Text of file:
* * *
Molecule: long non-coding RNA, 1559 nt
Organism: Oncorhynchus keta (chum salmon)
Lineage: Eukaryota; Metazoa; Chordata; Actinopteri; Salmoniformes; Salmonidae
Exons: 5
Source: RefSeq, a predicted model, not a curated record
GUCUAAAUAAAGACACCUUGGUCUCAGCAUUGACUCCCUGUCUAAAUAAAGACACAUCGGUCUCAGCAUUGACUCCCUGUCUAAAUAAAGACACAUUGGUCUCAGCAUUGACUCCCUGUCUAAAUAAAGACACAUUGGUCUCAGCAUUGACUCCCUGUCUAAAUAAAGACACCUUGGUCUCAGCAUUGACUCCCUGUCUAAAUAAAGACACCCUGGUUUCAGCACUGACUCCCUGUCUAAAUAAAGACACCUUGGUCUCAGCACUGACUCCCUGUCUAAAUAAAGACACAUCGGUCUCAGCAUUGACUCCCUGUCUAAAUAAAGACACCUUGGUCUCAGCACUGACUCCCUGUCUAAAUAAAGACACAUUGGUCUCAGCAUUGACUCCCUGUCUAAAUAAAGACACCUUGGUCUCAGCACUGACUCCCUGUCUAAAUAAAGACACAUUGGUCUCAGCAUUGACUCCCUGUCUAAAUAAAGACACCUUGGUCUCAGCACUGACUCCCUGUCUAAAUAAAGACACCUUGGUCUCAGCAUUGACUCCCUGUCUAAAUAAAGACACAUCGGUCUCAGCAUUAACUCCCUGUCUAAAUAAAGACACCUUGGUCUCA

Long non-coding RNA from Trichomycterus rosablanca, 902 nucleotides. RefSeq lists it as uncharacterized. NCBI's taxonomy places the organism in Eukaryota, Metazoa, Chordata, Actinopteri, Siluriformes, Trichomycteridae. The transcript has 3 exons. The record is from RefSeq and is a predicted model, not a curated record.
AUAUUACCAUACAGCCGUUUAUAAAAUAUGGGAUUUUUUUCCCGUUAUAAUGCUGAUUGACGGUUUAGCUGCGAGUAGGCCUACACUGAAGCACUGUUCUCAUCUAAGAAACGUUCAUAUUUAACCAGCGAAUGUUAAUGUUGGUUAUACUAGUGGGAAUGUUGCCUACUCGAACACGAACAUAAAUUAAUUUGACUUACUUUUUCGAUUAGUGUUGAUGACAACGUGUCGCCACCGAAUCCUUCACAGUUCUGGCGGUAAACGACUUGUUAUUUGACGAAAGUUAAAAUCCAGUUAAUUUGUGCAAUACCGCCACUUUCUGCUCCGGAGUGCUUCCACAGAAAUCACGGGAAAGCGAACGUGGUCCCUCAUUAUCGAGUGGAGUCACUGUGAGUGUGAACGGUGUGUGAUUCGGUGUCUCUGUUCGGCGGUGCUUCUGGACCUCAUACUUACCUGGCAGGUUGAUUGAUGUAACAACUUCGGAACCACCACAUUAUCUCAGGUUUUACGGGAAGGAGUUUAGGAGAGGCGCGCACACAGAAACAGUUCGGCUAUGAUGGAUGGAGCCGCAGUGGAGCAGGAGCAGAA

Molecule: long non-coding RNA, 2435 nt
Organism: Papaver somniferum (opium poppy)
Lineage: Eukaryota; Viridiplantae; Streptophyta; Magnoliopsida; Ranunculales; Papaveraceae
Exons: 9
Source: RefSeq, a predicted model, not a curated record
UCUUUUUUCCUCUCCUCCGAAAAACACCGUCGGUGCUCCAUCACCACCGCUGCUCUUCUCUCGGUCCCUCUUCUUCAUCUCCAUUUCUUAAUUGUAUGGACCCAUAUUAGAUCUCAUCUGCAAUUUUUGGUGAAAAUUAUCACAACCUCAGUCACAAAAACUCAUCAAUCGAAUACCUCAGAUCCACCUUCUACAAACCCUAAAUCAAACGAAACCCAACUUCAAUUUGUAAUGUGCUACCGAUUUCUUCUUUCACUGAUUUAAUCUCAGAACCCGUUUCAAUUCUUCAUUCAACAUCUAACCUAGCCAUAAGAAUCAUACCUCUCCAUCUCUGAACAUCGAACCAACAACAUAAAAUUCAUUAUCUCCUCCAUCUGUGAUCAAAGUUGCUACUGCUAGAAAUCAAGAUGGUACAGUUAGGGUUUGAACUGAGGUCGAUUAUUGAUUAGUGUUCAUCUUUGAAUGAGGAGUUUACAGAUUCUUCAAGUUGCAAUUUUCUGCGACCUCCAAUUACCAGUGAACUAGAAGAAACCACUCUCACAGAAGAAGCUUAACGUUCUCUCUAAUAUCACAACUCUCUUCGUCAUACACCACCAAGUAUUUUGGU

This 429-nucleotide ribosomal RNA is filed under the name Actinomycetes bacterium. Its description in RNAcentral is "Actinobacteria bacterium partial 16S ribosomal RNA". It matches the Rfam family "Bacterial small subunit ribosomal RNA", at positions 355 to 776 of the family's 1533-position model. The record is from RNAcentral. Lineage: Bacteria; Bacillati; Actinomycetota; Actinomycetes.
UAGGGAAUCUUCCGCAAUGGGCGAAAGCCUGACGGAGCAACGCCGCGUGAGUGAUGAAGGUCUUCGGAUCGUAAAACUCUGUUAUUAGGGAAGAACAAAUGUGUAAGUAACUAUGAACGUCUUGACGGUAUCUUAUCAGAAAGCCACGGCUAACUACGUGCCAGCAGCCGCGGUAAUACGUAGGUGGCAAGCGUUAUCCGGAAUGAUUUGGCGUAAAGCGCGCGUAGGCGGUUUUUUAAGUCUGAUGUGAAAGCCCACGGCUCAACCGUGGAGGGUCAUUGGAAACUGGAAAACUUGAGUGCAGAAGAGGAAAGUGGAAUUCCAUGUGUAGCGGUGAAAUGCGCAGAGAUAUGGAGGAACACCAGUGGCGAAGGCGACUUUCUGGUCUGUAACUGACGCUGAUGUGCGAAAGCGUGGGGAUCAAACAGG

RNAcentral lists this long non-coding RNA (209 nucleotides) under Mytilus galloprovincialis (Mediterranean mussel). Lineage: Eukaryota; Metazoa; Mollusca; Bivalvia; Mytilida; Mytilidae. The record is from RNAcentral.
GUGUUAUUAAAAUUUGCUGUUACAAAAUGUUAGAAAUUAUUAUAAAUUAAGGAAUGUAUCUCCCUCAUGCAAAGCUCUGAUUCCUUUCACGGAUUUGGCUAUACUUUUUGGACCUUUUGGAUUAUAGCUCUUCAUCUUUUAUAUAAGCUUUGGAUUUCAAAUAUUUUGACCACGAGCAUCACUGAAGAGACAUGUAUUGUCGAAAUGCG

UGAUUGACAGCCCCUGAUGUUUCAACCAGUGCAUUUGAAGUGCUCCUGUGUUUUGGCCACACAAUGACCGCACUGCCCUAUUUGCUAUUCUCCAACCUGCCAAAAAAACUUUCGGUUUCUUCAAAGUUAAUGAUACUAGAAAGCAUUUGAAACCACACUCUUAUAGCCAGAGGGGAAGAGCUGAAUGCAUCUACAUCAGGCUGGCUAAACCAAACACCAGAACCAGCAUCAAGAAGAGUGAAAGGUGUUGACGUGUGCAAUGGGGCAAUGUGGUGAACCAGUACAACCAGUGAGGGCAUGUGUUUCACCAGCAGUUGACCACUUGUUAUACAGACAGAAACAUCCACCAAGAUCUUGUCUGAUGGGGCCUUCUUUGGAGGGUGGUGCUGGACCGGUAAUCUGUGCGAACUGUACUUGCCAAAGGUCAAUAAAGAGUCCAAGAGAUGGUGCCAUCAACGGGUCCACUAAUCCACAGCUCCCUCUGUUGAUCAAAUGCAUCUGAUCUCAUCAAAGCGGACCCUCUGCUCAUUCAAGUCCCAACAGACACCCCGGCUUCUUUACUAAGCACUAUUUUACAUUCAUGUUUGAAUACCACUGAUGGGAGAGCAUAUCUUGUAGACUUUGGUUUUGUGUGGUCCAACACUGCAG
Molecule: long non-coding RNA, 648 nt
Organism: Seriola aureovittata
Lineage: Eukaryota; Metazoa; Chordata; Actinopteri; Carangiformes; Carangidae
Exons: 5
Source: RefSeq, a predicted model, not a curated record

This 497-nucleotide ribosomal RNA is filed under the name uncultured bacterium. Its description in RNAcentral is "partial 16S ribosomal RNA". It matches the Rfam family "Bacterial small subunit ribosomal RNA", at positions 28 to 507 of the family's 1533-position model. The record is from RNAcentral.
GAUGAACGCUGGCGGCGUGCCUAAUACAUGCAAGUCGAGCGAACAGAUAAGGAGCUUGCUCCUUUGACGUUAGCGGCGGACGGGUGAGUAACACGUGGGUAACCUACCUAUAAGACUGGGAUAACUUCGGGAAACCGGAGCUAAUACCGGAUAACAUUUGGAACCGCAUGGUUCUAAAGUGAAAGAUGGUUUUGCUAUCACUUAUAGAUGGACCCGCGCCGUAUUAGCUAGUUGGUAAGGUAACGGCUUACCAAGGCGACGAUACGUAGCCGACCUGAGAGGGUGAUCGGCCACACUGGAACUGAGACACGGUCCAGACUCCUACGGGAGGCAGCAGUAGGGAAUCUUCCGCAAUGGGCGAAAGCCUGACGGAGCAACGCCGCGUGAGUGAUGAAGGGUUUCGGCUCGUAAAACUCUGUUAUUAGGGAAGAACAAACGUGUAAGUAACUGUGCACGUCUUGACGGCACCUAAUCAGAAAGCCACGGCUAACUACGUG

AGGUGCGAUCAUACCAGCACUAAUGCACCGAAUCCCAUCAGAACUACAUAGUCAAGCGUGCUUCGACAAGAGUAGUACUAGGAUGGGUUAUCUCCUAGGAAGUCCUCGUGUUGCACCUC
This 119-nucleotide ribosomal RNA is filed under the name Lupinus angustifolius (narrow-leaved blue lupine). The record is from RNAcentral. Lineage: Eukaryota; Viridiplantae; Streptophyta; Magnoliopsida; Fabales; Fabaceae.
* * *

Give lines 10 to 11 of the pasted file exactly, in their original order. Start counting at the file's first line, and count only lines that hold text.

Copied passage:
Organism: Papaver somniferum (opium poppy)
Lineage: Eukaryota; Viridiplantae; Streptophyta; Magnoliopsida; Ranunculales; Papaveraceae